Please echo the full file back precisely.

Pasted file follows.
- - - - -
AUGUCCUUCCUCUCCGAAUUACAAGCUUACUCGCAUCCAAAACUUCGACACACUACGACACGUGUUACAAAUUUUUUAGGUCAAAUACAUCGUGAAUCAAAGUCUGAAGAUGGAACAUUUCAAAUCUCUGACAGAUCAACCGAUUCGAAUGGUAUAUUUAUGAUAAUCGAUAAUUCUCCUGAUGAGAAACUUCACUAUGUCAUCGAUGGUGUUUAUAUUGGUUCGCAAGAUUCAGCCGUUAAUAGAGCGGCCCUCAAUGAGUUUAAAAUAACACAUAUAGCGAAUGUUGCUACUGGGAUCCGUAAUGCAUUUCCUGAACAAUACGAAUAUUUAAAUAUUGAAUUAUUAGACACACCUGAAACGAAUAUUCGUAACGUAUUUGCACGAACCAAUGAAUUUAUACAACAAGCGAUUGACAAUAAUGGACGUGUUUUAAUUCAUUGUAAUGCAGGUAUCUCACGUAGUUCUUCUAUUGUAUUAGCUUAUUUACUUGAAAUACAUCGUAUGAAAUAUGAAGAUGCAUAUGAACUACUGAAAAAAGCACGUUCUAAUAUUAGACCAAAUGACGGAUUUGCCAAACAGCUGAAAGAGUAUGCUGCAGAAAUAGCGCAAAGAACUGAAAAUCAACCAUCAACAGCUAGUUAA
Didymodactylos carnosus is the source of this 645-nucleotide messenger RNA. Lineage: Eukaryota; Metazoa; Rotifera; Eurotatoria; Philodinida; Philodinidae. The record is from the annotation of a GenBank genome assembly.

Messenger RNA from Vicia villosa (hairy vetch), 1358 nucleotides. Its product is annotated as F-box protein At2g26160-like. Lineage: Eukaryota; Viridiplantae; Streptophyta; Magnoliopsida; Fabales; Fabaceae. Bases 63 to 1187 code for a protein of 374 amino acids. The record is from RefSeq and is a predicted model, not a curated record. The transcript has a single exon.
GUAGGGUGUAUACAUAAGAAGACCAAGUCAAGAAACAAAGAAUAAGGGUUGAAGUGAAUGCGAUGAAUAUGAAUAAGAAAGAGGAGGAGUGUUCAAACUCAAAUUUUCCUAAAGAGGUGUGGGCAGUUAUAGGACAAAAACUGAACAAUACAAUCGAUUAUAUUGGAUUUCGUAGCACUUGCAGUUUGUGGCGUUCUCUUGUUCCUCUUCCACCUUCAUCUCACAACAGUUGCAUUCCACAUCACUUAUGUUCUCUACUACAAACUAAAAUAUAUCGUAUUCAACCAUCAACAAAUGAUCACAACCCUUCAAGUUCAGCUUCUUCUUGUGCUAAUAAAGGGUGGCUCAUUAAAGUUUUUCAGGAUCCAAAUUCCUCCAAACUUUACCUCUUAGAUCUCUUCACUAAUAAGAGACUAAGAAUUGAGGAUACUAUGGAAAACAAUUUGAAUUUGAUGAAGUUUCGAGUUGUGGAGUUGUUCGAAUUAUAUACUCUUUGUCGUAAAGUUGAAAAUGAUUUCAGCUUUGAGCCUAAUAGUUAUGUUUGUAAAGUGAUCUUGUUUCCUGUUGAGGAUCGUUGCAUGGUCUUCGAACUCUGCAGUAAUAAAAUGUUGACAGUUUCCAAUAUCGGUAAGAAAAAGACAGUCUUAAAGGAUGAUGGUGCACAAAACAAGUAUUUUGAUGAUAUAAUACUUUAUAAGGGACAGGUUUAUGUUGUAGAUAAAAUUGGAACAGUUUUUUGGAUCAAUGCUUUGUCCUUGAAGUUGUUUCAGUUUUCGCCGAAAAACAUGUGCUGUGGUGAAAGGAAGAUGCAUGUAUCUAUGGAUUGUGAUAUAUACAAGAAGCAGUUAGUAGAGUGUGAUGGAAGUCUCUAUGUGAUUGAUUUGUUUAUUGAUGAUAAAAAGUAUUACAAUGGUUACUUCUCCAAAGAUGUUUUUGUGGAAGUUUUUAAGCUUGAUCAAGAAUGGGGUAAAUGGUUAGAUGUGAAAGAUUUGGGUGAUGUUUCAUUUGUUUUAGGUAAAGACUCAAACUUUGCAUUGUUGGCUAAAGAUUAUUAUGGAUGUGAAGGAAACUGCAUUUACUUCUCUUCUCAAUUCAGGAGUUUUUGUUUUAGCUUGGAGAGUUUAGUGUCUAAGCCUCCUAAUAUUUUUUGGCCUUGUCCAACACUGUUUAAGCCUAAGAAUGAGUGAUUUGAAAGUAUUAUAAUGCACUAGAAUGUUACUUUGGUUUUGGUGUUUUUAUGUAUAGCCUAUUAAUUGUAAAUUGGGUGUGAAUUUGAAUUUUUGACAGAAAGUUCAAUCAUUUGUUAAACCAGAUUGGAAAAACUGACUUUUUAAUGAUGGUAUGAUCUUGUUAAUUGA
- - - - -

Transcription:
AUGUCCUUCCUCUCCGAAUUACAAGCUUACUCGCAUCCAAAACUUCGACACACUACGACACGUGUUACAAAUUUUUUAGGUCAAAUACAUCGUGAAUCAAAGUCUGAAGAUGGAACAUUUCAAAUCUCUGACAGAUCAACCGAUUCGAAUGGUAUAUUUAUGAUAAUCGAUAAUUCUCCUGAUGAGAAACUUCACUAUGUCAUCGAUGGUGUUUAUAUUGGUUCGCAAGAUUCAGCCGUUAAUAGAGCGGCCCUCAAUGAGUUUAAAAUAACACAUAUAGCGAAUGUUGCUACUGGGAUCCGUAAUGCAUUUCCUGAACAAUACGAAUAUUUAAAUAUUGAAUUAUUAGACACACCUGAAACGAAUAUUCGUAACGUAUUUGCACGAACCAAUGAAUUUAUACAACAAGCGAUUGACAAUAAUGGACGUGUUUUAAUUCAUUGUAAUGCAGGUAUCUCACGUAGUUCUUCUAUUGUAUUAGCUUAUUUACUUGAAAUACAUCGUAUGAAAUAUGAAGAUGCAUAUGAACUACUGAAAAAAGCACGUUCUAAUAUUAGACCAAAUGACGGAUUUGCCAAACAGCUGAAAGAGUAUGCUGCAGAAAUAGCGCAAAGAACUGAAAAUCAACCAUCAACAGCUAGUUAA
Didymodactylos carnosus is the source of this 645-nucleotide messenger RNA. Lineage: Eukaryota; Metazoa; Rotifera; Eurotatoria; Philodinida; Philodinidae. The record is from the annotation of a GenBank genome assembly.

Messenger RNA from Vicia villosa (hairy vetch), 1358 nucleotides. Its product is annotated as F-box protein At2g26160-like. Lineage: Eukaryota; Viridiplantae; Streptophyta; Magnoliopsida; Fabales; Fabaceae. Bases 63 to 1187 code for a protein of 374 amino acids. The record is from RefSeq and is a predicted model, not a curated record. The transcript has a single exon.
GUAGGGUGUAUACAUAAGAAGACCAAGUCAAGAAACAAAGAAUAAGGGUUGAAGUGAAUGCGAUGAAUAUGAAUAAGAAAGAGGAGGAGUGUUCAAACUCAAAUUUUCCUAAAGAGGUGUGGGCAGUUAUAGGACAAAAACUGAACAAUACAAUCGAUUAUAUUGGAUUUCGUAGCACUUGCAGUUUGUGGCGUUCUCUUGUUCCUCUUCCACCUUCAUCUCACAACAGUUGCAUUCCACAUCACUUAUGUUCUCUACUACAAACUAAAAUAUAUCGUAUUCAACCAUCAACAAAUGAUCACAACCCUUCAAGUUCAGCUUCUUCUUGUGCUAAUAAAGGGUGGCUCAUUAAAGUUUUUCAGGAUCCAAAUUCCUCCAAACUUUACCUCUUAGAUCUCUUCACUAAUAAGAGACUAAGAAUUGAGGAUACUAUGGAAAACAAUUUGAAUUUGAUGAAGUUUCGAGUUGUGGAGUUGUUCGAAUUAUAUACUCUUUGUCGUAAAGUUGAAAAUGAUUUCAGCUUUGAGCCUAAUAGUUAUGUUUGUAAAGUGAUCUUGUUUCCUGUUGAGGAUCGUUGCAUGGUCUUCGAACUCUGCAGUAAUAAAAUGUUGACAGUUUCCAAUAUCGGUAAGAAAAAGACAGUCUUAAAGGAUGAUGGUGCACAAAACAAGUAUUUUGAUGAUAUAAUACUUUAUAAGGGACAGGUUUAUGUUGUAGAUAAAAUUGGAACAGUUUUUUGGAUCAAUGCUUUGUCCUUGAAGUUGUUUCAGUUUUCGCCGAAAAACAUGUGCUGUGGUGAAAGGAAGAUGCAUGUAUCUAUGGAUUGUGAUAUAUACAAGAAGCAGUUAGUAGAGUGUGAUGGAAGUCUCUAUGUGAUUGAUUUGUUUAUUGAUGAUAAAAAGUAUUACAAUGGUUACUUCUCCAAAGAUGUUUUUGUGGAAGUUUUUAAGCUUGAUCAAGAAUGGGGUAAAUGGUUAGAUGUGAAAGAUUUGGGUGAUGUUUCAUUUGUUUUAGGUAAAGACUCAAACUUUGCAUUGUUGGCUAAAGAUUAUUAUGGAUGUGAAGGAAACUGCAUUUACUUCUCUUCUCAAUUCAGGAGUUUUUGUUUUAGCUUGGAGAGUUUAGUGUCUAAGCCUCCUAAUAUUUUUUGGCCUUGUCCAACACUGUUUAAGCCUAAGAAUGAGUGAUUUGAAAGUAUUAUAAUGCACUAGAAUGUUACUUUGGUUUUGGUGUUUUUAUGUAUAGCCUAUUAAUUGUAAAUUGGGUGUGAAUUUGAAUUUUUGACAGAAAGUUCAAUCAUUUGUUAAACCAGAUUGGAAAAACUGACUUUUUAAUGAUGGUAUGAUCUUGUUAAUUGA